Out of my whole 4 months of staying in Uganda, the town that had the biggest impact on me was my stay in Kasese. It was there that world events took a great change in shape and the African perception of me as a white person changed dramatically (at least for those who had access to media).
Kasese was a week-long teaching project for Uganda Red Cross recruits to learn to assess and implement emergency planning in refugee camps and areas vulnerable to natural disasters. (Kasese was especially vulnerable to two factors, one being landslides from the old copper mines "Kilembe" above, empty but still causing problems, and the second not a natural disaster, but civil unrest in the neighbouring country - Kasese is on the border to Congo.
What really was the highlight was an afternoon spent with a group of children (my day was free anyway and I had done my bit of exploring around). I was able to give a geography lesson (even though our languages were different, we seemed to have an understanding of how far away I was from and how long I spent in the sky to get there (leaves on the ground do wonders in explaining world geography). I was able to teach a bit of physics (sort of) with a bottle of water, a rock, and a batch of keys (if the items ever made it to the ground), and then physical education - games of Red Rover and Adaptations. There was laughter and freedom to be a child for once. The feeling of being looked up to was great - even for one day, I made some lives better. I pull out the photos of the kids every now and then and I remember that day so clearly and I am curious how these kids are 3 years later - will they remember me?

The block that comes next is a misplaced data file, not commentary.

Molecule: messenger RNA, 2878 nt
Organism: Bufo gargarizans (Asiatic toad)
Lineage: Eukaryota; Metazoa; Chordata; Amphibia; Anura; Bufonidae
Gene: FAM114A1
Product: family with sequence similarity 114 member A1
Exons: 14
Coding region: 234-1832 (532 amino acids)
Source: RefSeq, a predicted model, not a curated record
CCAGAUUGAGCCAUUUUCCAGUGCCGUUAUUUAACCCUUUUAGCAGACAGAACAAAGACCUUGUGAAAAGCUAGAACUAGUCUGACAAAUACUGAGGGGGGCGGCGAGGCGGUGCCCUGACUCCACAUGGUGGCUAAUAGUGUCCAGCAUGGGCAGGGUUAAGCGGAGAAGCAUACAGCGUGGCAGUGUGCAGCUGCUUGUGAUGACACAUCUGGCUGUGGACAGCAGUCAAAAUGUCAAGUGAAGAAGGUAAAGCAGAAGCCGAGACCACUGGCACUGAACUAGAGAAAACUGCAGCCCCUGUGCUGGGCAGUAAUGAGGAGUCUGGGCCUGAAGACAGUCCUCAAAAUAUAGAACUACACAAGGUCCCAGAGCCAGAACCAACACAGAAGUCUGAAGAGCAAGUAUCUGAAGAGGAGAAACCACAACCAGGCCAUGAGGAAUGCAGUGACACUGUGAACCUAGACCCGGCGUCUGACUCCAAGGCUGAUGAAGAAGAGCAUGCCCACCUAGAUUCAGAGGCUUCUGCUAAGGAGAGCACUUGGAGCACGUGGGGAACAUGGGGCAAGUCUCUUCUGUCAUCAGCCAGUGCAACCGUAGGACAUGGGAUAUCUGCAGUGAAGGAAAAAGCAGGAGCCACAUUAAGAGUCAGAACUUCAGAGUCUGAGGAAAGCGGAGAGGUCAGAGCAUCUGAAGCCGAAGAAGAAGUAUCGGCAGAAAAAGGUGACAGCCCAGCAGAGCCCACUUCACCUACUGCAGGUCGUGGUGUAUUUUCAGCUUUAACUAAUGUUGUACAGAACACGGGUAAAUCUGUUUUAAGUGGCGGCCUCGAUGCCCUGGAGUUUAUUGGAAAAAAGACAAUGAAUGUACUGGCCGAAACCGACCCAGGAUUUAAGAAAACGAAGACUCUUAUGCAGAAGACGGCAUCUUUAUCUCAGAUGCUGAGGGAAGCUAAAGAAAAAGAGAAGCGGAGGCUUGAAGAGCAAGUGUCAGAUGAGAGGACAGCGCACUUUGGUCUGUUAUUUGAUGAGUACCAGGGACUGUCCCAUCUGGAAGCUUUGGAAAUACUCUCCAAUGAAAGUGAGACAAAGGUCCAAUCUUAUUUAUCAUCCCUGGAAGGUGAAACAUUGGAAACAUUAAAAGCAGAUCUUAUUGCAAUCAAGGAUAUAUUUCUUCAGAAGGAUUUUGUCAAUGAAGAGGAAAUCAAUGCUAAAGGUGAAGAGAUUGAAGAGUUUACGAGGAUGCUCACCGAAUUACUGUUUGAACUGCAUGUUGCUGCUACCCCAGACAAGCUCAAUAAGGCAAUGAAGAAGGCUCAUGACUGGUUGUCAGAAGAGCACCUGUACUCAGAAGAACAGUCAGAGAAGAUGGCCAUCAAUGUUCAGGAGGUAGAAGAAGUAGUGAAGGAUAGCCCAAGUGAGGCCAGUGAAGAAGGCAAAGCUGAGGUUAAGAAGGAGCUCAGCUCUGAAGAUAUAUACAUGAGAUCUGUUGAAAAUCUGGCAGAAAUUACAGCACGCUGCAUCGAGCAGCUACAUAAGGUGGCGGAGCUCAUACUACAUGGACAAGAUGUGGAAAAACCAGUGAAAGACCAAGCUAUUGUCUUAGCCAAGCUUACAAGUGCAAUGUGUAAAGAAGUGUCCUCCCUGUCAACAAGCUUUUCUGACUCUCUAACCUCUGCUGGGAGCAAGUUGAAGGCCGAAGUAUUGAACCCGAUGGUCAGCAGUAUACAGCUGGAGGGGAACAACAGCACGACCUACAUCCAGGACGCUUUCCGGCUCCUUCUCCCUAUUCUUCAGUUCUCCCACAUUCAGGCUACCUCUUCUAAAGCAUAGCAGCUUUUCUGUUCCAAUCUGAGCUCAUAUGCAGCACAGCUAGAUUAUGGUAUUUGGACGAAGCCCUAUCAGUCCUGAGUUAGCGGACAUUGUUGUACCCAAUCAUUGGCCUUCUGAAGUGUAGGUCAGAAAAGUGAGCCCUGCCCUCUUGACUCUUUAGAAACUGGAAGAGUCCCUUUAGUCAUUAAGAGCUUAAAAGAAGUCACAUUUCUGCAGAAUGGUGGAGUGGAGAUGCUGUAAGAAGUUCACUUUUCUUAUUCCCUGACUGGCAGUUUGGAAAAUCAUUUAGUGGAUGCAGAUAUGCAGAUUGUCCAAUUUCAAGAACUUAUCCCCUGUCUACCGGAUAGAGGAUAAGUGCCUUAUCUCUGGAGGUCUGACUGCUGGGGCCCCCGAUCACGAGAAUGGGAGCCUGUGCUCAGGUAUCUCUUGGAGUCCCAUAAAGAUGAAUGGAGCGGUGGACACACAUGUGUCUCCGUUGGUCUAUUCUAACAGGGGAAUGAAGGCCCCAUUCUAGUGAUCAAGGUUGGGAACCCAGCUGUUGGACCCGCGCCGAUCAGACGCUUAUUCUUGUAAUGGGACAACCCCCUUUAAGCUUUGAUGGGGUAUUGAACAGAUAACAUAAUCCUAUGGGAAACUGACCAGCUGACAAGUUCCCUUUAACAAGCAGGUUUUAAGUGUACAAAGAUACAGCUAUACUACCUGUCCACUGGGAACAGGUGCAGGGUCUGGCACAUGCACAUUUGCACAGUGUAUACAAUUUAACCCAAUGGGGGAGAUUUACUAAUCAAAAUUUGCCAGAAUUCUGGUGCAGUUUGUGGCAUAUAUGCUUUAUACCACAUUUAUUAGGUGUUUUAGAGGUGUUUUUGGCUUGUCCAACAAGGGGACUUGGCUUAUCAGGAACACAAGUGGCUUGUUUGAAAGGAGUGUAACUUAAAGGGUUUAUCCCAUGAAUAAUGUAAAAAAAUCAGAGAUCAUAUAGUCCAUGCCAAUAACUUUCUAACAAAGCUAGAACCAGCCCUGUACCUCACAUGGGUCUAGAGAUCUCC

As for the world change - I was the only white person in the town (let alone the bar) the night of the Twin Tower attacks (because of the time difference - we are ahead about 10 hours there). I could feel the room set their eyes on me. It was a feeling of pity and confusion, and vulnerability. The impact was incredible, the doubt and the fear - it took a while for things to sink in when I went back to the main town where I was stationed for my work and found that the welcomed feel I’d had when I came was quickly deteriorating.